Why Futures traders fail?

Random Reinforcement: Using arbitrary events to qualify (or disqualify) a hypothesis or idea; attributing skill or lack of skill to an outcome which is unsystematic in nature; finding support for positive or negative behaviors from outcomes which are inconsistent in nature - like the financial markets.
One of the most interesting topics in trading, and really throughout many areas of life, is what could be called random reinforcement. Random reinforcement, as it relates to harmful trading practices, occurs when a trader attributes a random outcome to skill or lack of skill. The market occasionally rewards bad habits and punishes good habits because the market is so dynamic. It is especially negative if a new trader who wins a few trades, with absolutely no plan whatsoever, attributes this success to "intuition". Random reinforcement can also hurt experienced traders who experience a string of losses and believe they no longer possess skill. (Find out how your mindset can play a larger role in your success than market influences, see .)

Random reinforcement can create long-term bad habits which are extremely hard to break. It is equivalent to a gambling addict as they keep playing because they win just enough to keep them there, but of course they are losing their money over the long run. A successful card player may also experience a significant draw down, abandon his proven strategy and in doing so gives his edge back to the house. (Learn more in .)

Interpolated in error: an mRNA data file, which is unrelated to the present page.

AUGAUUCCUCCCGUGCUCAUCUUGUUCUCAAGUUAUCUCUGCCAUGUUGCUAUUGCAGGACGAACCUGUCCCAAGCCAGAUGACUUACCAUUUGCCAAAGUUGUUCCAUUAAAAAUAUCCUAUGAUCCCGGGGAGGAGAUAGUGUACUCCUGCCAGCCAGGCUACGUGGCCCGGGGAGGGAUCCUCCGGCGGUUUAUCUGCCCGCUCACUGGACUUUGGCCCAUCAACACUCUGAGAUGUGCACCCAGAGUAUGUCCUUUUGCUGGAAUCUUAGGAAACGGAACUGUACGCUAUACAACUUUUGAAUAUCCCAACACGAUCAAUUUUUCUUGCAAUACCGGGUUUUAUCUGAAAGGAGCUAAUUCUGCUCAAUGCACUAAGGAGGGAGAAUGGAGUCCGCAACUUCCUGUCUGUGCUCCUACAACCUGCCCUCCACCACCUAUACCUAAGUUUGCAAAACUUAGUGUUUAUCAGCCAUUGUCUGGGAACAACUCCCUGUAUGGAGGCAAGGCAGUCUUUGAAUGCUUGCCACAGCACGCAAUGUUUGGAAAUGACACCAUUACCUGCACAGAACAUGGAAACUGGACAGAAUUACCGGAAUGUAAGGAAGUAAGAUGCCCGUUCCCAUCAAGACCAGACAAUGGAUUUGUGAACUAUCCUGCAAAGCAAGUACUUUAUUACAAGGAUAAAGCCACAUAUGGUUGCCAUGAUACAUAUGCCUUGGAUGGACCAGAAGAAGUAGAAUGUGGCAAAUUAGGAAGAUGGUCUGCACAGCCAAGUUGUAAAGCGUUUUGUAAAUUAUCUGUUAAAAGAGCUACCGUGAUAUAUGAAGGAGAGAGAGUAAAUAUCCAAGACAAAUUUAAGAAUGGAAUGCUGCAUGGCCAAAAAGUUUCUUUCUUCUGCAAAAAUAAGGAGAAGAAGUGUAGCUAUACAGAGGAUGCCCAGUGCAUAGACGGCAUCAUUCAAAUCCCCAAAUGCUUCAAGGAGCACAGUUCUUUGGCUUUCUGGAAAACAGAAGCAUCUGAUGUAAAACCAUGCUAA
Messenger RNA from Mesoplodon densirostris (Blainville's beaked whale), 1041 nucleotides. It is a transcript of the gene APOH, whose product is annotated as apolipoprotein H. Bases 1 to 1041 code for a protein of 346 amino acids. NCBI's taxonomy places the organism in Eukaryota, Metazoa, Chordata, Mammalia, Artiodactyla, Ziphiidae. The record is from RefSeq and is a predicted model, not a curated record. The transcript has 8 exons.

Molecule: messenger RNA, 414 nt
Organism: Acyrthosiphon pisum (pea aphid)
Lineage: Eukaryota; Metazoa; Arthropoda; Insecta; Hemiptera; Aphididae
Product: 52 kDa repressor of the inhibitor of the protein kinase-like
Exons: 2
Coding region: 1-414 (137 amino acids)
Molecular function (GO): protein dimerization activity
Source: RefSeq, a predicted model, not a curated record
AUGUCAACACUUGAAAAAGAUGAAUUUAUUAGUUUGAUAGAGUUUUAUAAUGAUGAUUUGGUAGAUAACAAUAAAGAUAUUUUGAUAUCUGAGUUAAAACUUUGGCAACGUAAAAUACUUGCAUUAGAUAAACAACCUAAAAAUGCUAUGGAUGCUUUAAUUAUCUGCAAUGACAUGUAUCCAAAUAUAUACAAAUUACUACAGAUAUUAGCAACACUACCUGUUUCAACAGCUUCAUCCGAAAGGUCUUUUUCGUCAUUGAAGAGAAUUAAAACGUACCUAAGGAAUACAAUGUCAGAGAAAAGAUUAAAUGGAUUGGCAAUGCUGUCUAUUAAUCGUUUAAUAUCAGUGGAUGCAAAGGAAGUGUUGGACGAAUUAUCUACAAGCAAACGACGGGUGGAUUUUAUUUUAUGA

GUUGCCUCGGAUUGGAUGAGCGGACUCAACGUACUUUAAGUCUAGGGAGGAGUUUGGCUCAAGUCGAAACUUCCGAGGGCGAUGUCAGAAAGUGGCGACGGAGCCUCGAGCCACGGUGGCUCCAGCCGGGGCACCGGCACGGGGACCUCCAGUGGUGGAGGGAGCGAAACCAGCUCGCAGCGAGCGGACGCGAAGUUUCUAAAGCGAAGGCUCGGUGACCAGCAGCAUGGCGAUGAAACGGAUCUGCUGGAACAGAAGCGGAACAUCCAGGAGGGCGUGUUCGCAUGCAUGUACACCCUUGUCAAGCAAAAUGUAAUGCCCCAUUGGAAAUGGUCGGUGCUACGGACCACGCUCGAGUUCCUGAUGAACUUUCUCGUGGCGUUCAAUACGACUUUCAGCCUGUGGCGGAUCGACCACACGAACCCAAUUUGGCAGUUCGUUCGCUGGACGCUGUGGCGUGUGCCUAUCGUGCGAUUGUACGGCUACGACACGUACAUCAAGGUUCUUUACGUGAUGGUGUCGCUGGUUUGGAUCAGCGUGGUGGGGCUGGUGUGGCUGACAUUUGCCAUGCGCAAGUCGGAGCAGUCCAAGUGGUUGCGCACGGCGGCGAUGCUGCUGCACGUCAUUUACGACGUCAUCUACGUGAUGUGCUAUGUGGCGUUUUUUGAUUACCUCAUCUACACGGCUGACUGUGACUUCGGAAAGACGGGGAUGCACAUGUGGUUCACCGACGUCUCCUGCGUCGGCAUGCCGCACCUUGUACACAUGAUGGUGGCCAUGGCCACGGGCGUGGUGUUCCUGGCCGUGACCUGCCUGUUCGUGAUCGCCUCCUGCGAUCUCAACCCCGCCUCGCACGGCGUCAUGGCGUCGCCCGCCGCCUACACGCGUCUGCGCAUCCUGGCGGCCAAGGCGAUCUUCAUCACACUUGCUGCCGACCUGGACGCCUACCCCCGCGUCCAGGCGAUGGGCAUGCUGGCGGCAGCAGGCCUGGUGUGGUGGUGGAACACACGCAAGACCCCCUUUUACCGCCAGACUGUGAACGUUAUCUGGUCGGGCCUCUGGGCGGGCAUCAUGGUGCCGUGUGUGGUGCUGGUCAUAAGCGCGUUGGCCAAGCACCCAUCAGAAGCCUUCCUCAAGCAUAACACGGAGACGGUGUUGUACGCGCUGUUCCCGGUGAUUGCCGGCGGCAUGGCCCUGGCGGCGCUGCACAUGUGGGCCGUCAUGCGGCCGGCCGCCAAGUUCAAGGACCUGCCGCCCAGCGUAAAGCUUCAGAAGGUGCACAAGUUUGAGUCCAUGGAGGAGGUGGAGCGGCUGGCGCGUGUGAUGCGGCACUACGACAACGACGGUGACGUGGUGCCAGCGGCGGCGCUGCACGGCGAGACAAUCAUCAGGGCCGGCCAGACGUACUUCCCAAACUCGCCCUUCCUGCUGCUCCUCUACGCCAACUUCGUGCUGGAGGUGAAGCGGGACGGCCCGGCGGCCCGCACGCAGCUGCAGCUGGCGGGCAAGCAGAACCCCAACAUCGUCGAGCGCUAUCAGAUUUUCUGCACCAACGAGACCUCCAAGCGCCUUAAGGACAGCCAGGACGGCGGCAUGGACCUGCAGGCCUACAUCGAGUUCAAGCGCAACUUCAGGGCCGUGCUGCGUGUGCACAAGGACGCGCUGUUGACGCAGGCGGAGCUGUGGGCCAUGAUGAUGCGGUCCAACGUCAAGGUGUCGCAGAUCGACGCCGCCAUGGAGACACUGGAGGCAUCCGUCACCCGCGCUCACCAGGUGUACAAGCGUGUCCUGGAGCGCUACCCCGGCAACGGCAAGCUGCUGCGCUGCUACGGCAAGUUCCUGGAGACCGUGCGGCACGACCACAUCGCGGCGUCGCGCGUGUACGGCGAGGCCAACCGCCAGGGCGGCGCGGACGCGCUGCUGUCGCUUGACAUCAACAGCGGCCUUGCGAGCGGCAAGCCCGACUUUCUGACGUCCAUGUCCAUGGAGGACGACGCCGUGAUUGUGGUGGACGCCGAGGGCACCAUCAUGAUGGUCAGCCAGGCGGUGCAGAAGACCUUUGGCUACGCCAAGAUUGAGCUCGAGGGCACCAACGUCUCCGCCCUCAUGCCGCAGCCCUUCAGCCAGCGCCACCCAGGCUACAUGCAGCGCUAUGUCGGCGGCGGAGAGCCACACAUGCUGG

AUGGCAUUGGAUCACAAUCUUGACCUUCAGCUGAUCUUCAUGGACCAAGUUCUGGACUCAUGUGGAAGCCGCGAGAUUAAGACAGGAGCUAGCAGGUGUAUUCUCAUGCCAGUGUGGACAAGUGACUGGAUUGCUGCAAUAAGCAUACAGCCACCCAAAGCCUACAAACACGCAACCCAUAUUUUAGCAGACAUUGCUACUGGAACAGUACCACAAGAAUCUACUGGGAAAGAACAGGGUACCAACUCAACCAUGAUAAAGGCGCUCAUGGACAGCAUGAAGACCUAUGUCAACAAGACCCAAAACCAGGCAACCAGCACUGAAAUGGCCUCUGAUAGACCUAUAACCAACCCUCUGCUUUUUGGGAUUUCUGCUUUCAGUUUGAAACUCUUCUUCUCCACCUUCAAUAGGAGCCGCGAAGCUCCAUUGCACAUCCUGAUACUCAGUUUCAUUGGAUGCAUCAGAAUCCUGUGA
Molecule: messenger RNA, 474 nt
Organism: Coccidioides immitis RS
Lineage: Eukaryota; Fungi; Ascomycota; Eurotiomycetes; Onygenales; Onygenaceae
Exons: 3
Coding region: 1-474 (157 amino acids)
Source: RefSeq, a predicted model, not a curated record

How Random Reinforcement Affects Us in the Markets

Example #1: Relying on Random
John is a new trader. He has a business background, watches the news and follows the stock market, but has not traded personally. He feels he has a good handle on what it takes to be a good trader, but so far he has not written any of these methods down. John has opened a trading account and believes his background knowledge will make him a profitable trader. Opening his charts for the first time John see a default stock in the trading platform and it is rising quickly. He quickly buys 200 shares without even thinking. The stock continues to rise while he makes lunch. After lunch he comes back and sells his shares, making himself a $100 profit after fees. John makes another trade and ends up with the same result. He is starting to feel that he is very good at this, and that he must have a "knack" for trading.

Futures Trading Strategy  — Inside Futures
Overpriced and over-complex futures contract trading strategies that include complex formulas and multiple lagging indexes are generally not conducive to successful futures trading.

Popular Q&A

Why does a trader fail to display the price tag on the product?

It depends what country you're in. In the UK - it's not a legal requirement to price items individually - so long as there is a clearly marked localised sign to indicate a products price.

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